What surprisingly has impressed Ho equally to the success of the project is the online attention it has garnered. “The Toronto Star got a hold of one photo and they released it and that same day it just went viral,” said Ho. “We’re glad we can share our photos and share our experiences on such a global scale — that’s what excites us.”
Ho and Muhammad are looking forward to a second launch of the project in the next month with the additional support from Lego International. This time, they’ve set their goal to hit 100,000 feet.
“Ideas are … only good in your head until you put them into action,” Ho advised to any students with similar goals. “All you need to do is go out there and pursue it.”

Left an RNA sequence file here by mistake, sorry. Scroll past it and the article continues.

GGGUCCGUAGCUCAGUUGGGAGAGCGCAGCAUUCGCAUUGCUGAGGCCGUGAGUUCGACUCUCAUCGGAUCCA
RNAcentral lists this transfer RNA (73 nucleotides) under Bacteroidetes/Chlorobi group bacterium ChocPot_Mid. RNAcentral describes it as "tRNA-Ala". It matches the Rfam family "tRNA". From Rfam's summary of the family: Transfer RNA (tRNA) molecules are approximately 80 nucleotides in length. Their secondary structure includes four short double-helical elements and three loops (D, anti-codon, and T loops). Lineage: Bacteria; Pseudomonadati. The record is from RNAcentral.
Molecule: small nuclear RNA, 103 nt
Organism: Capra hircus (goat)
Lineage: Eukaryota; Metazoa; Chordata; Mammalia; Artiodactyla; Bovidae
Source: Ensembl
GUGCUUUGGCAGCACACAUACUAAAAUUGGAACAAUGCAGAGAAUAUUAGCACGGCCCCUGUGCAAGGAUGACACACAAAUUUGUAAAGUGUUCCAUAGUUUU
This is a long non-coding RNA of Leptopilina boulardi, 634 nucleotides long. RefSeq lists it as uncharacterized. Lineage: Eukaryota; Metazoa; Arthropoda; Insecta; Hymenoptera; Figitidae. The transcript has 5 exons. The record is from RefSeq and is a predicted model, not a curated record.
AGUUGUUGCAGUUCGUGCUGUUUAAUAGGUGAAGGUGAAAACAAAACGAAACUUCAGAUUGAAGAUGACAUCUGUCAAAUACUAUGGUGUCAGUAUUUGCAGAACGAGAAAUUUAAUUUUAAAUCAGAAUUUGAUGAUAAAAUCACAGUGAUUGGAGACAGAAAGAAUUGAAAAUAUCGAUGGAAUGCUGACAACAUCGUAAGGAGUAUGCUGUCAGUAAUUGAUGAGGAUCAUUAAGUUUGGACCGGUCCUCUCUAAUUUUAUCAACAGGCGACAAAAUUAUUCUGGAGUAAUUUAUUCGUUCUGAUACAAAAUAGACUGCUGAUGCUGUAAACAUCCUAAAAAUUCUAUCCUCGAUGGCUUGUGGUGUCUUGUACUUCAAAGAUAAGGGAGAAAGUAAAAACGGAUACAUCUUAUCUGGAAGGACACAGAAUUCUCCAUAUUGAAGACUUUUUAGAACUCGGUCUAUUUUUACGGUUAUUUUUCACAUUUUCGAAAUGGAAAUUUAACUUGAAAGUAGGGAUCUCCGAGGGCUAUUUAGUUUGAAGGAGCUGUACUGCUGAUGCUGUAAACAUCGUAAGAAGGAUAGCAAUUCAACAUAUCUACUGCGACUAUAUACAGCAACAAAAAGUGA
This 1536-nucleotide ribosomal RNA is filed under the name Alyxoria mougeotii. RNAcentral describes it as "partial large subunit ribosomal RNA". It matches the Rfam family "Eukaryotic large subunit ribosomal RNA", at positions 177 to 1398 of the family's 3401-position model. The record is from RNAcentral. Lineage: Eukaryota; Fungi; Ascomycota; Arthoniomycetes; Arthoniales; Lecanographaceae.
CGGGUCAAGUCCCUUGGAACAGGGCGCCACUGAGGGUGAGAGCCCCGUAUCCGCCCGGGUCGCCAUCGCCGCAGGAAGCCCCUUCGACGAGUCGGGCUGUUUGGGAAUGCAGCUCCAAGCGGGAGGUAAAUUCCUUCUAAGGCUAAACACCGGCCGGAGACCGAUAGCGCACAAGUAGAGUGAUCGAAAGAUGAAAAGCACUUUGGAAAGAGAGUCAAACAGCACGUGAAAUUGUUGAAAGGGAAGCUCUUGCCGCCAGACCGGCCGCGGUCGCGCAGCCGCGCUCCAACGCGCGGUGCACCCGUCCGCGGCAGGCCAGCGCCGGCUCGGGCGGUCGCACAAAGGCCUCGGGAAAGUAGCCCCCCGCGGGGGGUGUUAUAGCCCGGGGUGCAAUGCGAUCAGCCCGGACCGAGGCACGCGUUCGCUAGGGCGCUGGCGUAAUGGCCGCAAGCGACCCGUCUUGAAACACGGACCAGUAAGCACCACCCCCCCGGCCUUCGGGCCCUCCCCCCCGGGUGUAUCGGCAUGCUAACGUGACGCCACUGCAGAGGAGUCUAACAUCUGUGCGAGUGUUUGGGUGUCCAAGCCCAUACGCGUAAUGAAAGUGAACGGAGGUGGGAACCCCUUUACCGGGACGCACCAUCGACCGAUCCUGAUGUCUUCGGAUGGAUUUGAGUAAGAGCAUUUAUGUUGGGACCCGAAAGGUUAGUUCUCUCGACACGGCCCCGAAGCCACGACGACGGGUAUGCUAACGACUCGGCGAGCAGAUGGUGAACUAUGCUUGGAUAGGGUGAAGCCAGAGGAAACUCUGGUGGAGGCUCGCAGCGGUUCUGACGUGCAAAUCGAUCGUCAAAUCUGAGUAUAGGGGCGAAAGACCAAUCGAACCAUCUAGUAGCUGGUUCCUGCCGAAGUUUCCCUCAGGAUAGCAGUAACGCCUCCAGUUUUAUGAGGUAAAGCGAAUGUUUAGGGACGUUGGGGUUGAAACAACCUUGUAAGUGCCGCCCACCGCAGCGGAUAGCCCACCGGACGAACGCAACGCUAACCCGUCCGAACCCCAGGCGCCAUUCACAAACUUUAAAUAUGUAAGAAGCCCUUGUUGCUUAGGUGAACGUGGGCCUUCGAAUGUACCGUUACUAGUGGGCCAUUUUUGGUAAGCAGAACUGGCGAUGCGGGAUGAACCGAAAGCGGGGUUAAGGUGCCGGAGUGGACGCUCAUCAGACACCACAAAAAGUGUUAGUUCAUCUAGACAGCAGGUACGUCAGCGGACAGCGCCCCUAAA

“I sort of had the English degree feeling of ‘what do you do with a degree in English,’” said Shannon Blake, founder and artistic director of The Bench Theatre Initiative, about getting into her unique career.
Blake, who writes and directs plays in conjunction with Sanctuary, a drop-in centre for the homeless and marginalized adults, discussed the benefit of uniting art and community — a relationship she calls “artist-community interdependence.” Volunteering at Sanctuary while studying English at the University of Toronto, Blake and her peers had the idea to write and produce a play involving the members at Sanctuary, which would eventually become her first full-length play entitled “The Passages of Everett Manning.”